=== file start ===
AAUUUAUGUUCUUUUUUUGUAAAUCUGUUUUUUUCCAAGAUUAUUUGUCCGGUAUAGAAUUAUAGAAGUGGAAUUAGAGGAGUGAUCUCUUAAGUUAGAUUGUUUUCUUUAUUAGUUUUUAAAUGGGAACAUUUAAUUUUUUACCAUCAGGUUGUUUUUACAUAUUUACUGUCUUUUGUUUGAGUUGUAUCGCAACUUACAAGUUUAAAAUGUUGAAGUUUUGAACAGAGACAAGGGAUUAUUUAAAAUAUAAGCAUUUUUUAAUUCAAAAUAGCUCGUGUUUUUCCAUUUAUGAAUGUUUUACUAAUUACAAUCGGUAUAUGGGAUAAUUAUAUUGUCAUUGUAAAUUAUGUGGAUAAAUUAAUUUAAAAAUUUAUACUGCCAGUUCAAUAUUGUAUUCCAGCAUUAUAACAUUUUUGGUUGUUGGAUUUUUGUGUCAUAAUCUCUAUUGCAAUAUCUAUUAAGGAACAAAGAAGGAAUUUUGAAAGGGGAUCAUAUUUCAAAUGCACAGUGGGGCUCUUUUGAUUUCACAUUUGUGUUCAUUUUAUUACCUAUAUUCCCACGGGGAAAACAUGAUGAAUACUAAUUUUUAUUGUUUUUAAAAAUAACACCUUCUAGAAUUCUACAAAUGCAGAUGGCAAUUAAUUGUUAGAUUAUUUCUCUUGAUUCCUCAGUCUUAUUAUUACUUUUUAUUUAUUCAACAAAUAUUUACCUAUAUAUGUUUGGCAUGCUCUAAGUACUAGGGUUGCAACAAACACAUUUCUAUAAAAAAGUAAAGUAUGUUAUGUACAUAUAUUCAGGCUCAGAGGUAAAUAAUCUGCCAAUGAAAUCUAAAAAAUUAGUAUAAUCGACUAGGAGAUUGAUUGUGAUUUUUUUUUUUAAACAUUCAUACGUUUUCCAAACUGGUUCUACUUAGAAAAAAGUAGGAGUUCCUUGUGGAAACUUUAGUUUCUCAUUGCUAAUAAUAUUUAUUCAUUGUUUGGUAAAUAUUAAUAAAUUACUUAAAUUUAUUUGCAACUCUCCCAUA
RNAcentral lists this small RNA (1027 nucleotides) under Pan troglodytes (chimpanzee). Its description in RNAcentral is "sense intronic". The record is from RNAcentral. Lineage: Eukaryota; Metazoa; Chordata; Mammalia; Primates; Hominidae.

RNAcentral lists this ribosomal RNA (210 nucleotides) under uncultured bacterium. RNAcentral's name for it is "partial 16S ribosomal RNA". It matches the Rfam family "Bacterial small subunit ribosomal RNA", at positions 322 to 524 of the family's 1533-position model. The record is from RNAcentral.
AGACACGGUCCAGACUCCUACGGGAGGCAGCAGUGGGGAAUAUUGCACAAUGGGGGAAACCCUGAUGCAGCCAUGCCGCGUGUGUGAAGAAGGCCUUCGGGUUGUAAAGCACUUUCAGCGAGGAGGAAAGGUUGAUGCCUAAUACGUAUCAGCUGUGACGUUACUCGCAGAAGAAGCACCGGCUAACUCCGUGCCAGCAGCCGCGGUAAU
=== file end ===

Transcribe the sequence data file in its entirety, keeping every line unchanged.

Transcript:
AAUUUAUGUUCUUUUUUUGUAAAUCUGUUUUUUUCCAAGAUUAUUUGUCCGGUAUAGAAUUAUAGAAGUGGAAUUAGAGGAGUGAUCUCUUAAGUUAGAUUGUUUUCUUUAUUAGUUUUUAAAUGGGAACAUUUAAUUUUUUACCAUCAGGUUGUUUUUACAUAUUUACUGUCUUUUGUUUGAGUUGUAUCGCAACUUACAAGUUUAAAAUGUUGAAGUUUUGAACAGAGACAAGGGAUUAUUUAAAAUAUAAGCAUUUUUUAAUUCAAAAUAGCUCGUGUUUUUCCAUUUAUGAAUGUUUUACUAAUUACAAUCGGUAUAUGGGAUAAUUAUAUUGUCAUUGUAAAUUAUGUGGAUAAAUUAAUUUAAAAAUUUAUACUGCCAGUUCAAUAUUGUAUUCCAGCAUUAUAACAUUUUUGGUUGUUGGAUUUUUGUGUCAUAAUCUCUAUUGCAAUAUCUAUUAAGGAACAAAGAAGGAAUUUUGAAAGGGGAUCAUAUUUCAAAUGCACAGUGGGGCUCUUUUGAUUUCACAUUUGUGUUCAUUUUAUUACCUAUAUUCCCACGGGGAAAACAUGAUGAAUACUAAUUUUUAUUGUUUUUAAAAAUAACACCUUCUAGAAUUCUACAAAUGCAGAUGGCAAUUAAUUGUUAGAUUAUUUCUCUUGAUUCCUCAGUCUUAUUAUUACUUUUUAUUUAUUCAACAAAUAUUUACCUAUAUAUGUUUGGCAUGCUCUAAGUACUAGGGUUGCAACAAACACAUUUCUAUAAAAAAGUAAAGUAUGUUAUGUACAUAUAUUCAGGCUCAGAGGUAAAUAAUCUGCCAAUGAAAUCUAAAAAAUUAGUAUAAUCGACUAGGAGAUUGAUUGUGAUUUUUUUUUUUAAACAUUCAUACGUUUUCCAAACUGGUUCUACUUAGAAAAAAGUAGGAGUUCCUUGUGGAAACUUUAGUUUCUCAUUGCUAAUAAUAUUUAUUCAUUGUUUGGUAAAUAUUAAUAAAUUACUUAAAUUUAUUUGCAACUCUCCCAUA
RNAcentral lists this small RNA (1027 nucleotides) under Pan troglodytes (chimpanzee). Its description in RNAcentral is "sense intronic". The record is from RNAcentral. Lineage: Eukaryota; Metazoa; Chordata; Mammalia; Primates; Hominidae.

RNAcentral lists this ribosomal RNA (210 nucleotides) under uncultured bacterium. RNAcentral's name for it is "partial 16S ribosomal RNA". It matches the Rfam family "Bacterial small subunit ribosomal RNA", at positions 322 to 524 of the family's 1533-position model. The record is from RNAcentral.
AGACACGGUCCAGACUCCUACGGGAGGCAGCAGUGGGGAAUAUUGCACAAUGGGGGAAACCCUGAUGCAGCCAUGCCGCGUGUGUGAAGAAGGCCUUCGGGUUGUAAAGCACUUUCAGCGAGGAGGAAAGGUUGAUGCCUAAUACGUAUCAGCUGUGACGUUACUCGCAGAAGAAGCACCGGCUAACUCCGUGCCAGCAGCCGCGGUAAU